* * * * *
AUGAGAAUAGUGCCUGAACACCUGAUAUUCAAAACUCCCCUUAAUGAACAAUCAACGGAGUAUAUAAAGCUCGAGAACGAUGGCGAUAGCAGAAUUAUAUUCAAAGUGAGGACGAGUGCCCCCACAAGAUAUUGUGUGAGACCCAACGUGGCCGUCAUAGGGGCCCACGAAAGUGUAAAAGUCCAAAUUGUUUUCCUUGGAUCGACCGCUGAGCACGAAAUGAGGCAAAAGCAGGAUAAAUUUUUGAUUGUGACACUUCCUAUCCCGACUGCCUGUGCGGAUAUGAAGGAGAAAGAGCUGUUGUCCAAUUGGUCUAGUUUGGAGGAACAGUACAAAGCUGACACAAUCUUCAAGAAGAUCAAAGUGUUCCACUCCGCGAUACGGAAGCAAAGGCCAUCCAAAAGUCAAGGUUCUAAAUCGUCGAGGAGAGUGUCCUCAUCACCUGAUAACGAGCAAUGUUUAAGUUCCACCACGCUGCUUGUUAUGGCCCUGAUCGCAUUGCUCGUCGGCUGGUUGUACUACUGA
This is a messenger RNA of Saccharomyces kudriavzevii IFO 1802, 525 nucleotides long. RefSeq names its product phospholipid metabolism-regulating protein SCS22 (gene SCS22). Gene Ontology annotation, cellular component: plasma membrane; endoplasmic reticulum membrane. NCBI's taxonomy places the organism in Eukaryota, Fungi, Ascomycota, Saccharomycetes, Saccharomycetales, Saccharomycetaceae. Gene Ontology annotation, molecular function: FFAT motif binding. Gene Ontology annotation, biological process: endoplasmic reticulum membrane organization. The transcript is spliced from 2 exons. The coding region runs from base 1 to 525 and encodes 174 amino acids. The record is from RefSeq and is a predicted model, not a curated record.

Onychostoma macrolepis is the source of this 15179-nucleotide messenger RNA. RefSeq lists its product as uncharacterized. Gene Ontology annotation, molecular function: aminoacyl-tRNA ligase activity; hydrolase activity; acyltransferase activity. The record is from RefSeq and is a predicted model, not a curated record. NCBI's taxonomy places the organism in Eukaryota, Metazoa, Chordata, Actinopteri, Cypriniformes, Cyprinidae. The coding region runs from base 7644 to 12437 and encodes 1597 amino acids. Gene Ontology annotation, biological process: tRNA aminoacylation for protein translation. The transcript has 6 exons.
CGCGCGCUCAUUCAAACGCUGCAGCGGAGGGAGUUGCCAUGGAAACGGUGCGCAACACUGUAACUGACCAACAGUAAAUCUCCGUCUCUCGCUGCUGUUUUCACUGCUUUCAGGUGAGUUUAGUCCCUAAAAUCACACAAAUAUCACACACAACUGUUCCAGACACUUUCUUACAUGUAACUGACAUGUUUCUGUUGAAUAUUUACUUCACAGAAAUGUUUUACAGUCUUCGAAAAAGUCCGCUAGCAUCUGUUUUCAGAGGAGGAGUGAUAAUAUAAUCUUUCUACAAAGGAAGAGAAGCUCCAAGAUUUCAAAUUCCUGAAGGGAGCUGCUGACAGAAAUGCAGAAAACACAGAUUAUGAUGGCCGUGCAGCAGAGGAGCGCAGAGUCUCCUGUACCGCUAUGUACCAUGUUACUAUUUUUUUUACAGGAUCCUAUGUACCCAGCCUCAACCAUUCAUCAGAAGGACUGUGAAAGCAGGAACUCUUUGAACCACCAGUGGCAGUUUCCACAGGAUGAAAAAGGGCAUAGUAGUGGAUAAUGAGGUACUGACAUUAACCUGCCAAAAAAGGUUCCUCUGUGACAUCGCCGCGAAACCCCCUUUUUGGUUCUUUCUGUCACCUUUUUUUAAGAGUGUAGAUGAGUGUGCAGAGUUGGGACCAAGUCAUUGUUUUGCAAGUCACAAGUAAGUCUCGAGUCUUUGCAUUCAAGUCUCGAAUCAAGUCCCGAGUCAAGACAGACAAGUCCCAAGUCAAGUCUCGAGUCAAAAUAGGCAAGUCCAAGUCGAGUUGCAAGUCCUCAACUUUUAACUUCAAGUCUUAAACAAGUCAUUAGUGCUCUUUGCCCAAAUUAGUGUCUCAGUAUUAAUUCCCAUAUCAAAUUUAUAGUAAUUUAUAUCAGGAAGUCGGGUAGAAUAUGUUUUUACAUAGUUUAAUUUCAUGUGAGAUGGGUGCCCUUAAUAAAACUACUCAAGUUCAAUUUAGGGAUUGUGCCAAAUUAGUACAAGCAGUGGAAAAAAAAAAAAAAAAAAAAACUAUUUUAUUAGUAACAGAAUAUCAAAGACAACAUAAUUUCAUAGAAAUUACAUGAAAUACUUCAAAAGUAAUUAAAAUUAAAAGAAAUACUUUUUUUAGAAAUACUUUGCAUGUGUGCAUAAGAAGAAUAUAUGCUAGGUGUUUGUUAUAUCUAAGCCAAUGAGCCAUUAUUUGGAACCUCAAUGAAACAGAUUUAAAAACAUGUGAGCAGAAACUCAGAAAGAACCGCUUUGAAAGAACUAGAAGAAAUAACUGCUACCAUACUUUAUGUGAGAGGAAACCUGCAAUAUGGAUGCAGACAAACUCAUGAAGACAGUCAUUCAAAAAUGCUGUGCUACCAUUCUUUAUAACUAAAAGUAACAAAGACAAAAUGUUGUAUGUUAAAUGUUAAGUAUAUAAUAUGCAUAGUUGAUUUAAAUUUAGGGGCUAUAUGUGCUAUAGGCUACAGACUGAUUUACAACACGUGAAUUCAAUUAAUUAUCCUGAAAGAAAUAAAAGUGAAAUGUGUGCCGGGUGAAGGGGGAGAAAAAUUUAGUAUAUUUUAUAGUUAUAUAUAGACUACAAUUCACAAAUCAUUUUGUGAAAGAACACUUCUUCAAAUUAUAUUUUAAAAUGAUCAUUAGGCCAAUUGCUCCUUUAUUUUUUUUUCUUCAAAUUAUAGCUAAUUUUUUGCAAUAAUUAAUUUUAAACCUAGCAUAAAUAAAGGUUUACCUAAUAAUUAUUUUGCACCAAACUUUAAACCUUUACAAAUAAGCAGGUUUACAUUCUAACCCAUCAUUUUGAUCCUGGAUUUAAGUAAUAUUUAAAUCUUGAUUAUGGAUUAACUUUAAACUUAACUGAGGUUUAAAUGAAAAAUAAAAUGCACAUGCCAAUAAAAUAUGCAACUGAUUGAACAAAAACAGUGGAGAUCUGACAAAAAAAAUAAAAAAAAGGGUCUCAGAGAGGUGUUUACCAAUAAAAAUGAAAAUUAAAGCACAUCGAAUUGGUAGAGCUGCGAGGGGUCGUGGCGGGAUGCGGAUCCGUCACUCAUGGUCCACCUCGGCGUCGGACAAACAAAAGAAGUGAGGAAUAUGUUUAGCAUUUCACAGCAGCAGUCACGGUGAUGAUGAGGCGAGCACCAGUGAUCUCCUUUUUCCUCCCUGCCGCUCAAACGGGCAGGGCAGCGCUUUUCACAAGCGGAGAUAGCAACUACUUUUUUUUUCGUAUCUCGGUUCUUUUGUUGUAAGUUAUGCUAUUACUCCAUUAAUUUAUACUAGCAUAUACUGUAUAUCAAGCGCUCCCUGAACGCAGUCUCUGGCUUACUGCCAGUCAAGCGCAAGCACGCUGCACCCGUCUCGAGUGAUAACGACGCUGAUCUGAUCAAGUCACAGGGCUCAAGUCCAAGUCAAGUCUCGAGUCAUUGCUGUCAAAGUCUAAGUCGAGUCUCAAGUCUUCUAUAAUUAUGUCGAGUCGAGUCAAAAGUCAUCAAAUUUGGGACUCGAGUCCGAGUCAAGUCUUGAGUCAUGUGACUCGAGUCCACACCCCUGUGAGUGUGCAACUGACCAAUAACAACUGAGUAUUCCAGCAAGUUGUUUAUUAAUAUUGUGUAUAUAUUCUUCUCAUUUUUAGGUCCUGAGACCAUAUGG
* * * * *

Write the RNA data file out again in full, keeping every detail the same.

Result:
AUGAGAAUAGUGCCUGAACACCUGAUAUUCAAAACUCCCCUUAAUGAACAAUCAACGGAGUAUAUAAAGCUCGAGAACGAUGGCGAUAGCAGAAUUAUAUUCAAAGUGAGGACGAGUGCCCCCACAAGAUAUUGUGUGAGACCCAACGUGGCCGUCAUAGGGGCCCACGAAAGUGUAAAAGUCCAAAUUGUUUUCCUUGGAUCGACCGCUGAGCACGAAAUGAGGCAAAAGCAGGAUAAAUUUUUGAUUGUGACACUUCCUAUCCCGACUGCCUGUGCGGAUAUGAAGGAGAAAGAGCUGUUGUCCAAUUGGUCUAGUUUGGAGGAACAGUACAAAGCUGACACAAUCUUCAAGAAGAUCAAAGUGUUCCACUCCGCGAUACGGAAGCAAAGGCCAUCCAAAAGUCAAGGUUCUAAAUCGUCGAGGAGAGUGUCCUCAUCACCUGAUAACGAGCAAUGUUUAAGUUCCACCACGCUGCUUGUUAUGGCCCUGAUCGCAUUGCUCGUCGGCUGGUUGUACUACUGA
This is a messenger RNA of Saccharomyces kudriavzevii IFO 1802, 525 nucleotides long. RefSeq names its product phospholipid metabolism-regulating protein SCS22 (gene SCS22). Gene Ontology annotation, cellular component: plasma membrane; endoplasmic reticulum membrane. NCBI's taxonomy places the organism in Eukaryota, Fungi, Ascomycota, Saccharomycetes, Saccharomycetales, Saccharomycetaceae. Gene Ontology annotation, molecular function: FFAT motif binding. Gene Ontology annotation, biological process: endoplasmic reticulum membrane organization. The transcript is spliced from 2 exons. The coding region runs from base 1 to 525 and encodes 174 amino acids. The record is from RefSeq and is a predicted model, not a curated record.

Onychostoma macrolepis is the source of this 15179-nucleotide messenger RNA. RefSeq lists its product as uncharacterized. Gene Ontology annotation, molecular function: aminoacyl-tRNA ligase activity; hydrolase activity; acyltransferase activity. The record is from RefSeq and is a predicted model, not a curated record. NCBI's taxonomy places the organism in Eukaryota, Metazoa, Chordata, Actinopteri, Cypriniformes, Cyprinidae. The coding region runs from base 7644 to 12437 and encodes 1597 amino acids. Gene Ontology annotation, biological process: tRNA aminoacylation for protein translation. The transcript has 6 exons.
CGCGCGCUCAUUCAAACGCUGCAGCGGAGGGAGUUGCCAUGGAAACGGUGCGCAACACUGUAACUGACCAACAGUAAAUCUCCGUCUCUCGCUGCUGUUUUCACUGCUUUCAGGUGAGUUUAGUCCCUAAAAUCACACAAAUAUCACACACAACUGUUCCAGACACUUUCUUACAUGUAACUGACAUGUUUCUGUUGAAUAUUUACUUCACAGAAAUGUUUUACAGUCUUCGAAAAAGUCCGCUAGCAUCUGUUUUCAGAGGAGGAGUGAUAAUAUAAUCUUUCUACAAAGGAAGAGAAGCUCCAAGAUUUCAAAUUCCUGAAGGGAGCUGCUGACAGAAAUGCAGAAAACACAGAUUAUGAUGGCCGUGCAGCAGAGGAGCGCAGAGUCUCCUGUACCGCUAUGUACCAUGUUACUAUUUUUUUUACAGGAUCCUAUGUACCCAGCCUCAACCAUUCAUCAGAAGGACUGUGAAAGCAGGAACUCUUUGAACCACCAGUGGCAGUUUCCACAGGAUGAAAAAGGGCAUAGUAGUGGAUAAUGAGGUACUGACAUUAACCUGCCAAAAAAGGUUCCUCUGUGACAUCGCCGCGAAACCCCCUUUUUGGUUCUUUCUGUCACCUUUUUUUAAGAGUGUAGAUGAGUGUGCAGAGUUGGGACCAAGUCAUUGUUUUGCAAGUCACAAGUAAGUCUCGAGUCUUUGCAUUCAAGUCUCGAAUCAAGUCCCGAGUCAAGACAGACAAGUCCCAAGUCAAGUCUCGAGUCAAAAUAGGCAAGUCCAAGUCGAGUUGCAAGUCCUCAACUUUUAACUUCAAGUCUUAAACAAGUCAUUAGUGCUCUUUGCCCAAAUUAGUGUCUCAGUAUUAAUUCCCAUAUCAAAUUUAUAGUAAUUUAUAUCAGGAAGUCGGGUAGAAUAUGUUUUUACAUAGUUUAAUUUCAUGUGAGAUGGGUGCCCUUAAUAAAACUACUCAAGUUCAAUUUAGGGAUUGUGCCAAAUUAGUACAAGCAGUGGAAAAAAAAAAAAAAAAAAAAACUAUUUUAUUAGUAACAGAAUAUCAAAGACAACAUAAUUUCAUAGAAAUUACAUGAAAUACUUCAAAAGUAAUUAAAAUUAAAAGAAAUACUUUUUUUAGAAAUACUUUGCAUGUGUGCAUAAGAAGAAUAUAUGCUAGGUGUUUGUUAUAUCUAAGCCAAUGAGCCAUUAUUUGGAACCUCAAUGAAACAGAUUUAAAAACAUGUGAGCAGAAACUCAGAAAGAACCGCUUUGAAAGAACUAGAAGAAAUAACUGCUACCAUACUUUAUGUGAGAGGAAACCUGCAAUAUGGAUGCAGACAAACUCAUGAAGACAGUCAUUCAAAAAUGCUGUGCUACCAUUCUUUAUAACUAAAAGUAACAAAGACAAAAUGUUGUAUGUUAAAUGUUAAGUAUAUAAUAUGCAUAGUUGAUUUAAAUUUAGGGGCUAUAUGUGCUAUAGGCUACAGACUGAUUUACAACACGUGAAUUCAAUUAAUUAUCCUGAAAGAAAUAAAAGUGAAAUGUGUGCCGGGUGAAGGGGGAGAAAAAUUUAGUAUAUUUUAUAGUUAUAUAUAGACUACAAUUCACAAAUCAUUUUGUGAAAGAACACUUCUUCAAAUUAUAUUUUAAAAUGAUCAUUAGGCCAAUUGCUCCUUUAUUUUUUUUUCUUCAAAUUAUAGCUAAUUUUUUGCAAUAAUUAAUUUUAAACCUAGCAUAAAUAAAGGUUUACCUAAUAAUUAUUUUGCACCAAACUUUAAACCUUUACAAAUAAGCAGGUUUACAUUCUAACCCAUCAUUUUGAUCCUGGAUUUAAGUAAUAUUUAAAUCUUGAUUAUGGAUUAACUUUAAACUUAACUGAGGUUUAAAUGAAAAAUAAAAUGCACAUGCCAAUAAAAUAUGCAACUGAUUGAACAAAAACAGUGGAGAUCUGACAAAAAAAAUAAAAAAAAGGGUCUCAGAGAGGUGUUUACCAAUAAAAAUGAAAAUUAAAGCACAUCGAAUUGGUAGAGCUGCGAGGGGUCGUGGCGGGAUGCGGAUCCGUCACUCAUGGUCCACCUCGGCGUCGGACAAACAAAAGAAGUGAGGAAUAUGUUUAGCAUUUCACAGCAGCAGUCACGGUGAUGAUGAGGCGAGCACCAGUGAUCUCCUUUUUCCUCCCUGCCGCUCAAACGGGCAGGGCAGCGCUUUUCACAAGCGGAGAUAGCAACUACUUUUUUUUUCGUAUCUCGGUUCUUUUGUUGUAAGUUAUGCUAUUACUCCAUUAAUUUAUACUAGCAUAUACUGUAUAUCAAGCGCUCCCUGAACGCAGUCUCUGGCUUACUGCCAGUCAAGCGCAAGCACGCUGCACCCGUCUCGAGUGAUAACGACGCUGAUCUGAUCAAGUCACAGGGCUCAAGUCCAAGUCAAGUCUCGAGUCAUUGCUGUCAAAGUCUAAGUCGAGUCUCAAGUCUUCUAUAAUUAUGUCGAGUCGAGUCAAAAGUCAUCAAAUUUGGGACUCGAGUCCGAGUCAAGUCUUGAGUCAUGUGACUCGAGUCCACACCCCUGUGAGUGUGCAACUGACCAAUAACAACUGAGUAUUCCAGCAAGUUGUUUAUUAAUAUUGUGUAUAUAUUCUUCUCAUUUUUAGGUCCUGAGACCAUAUGG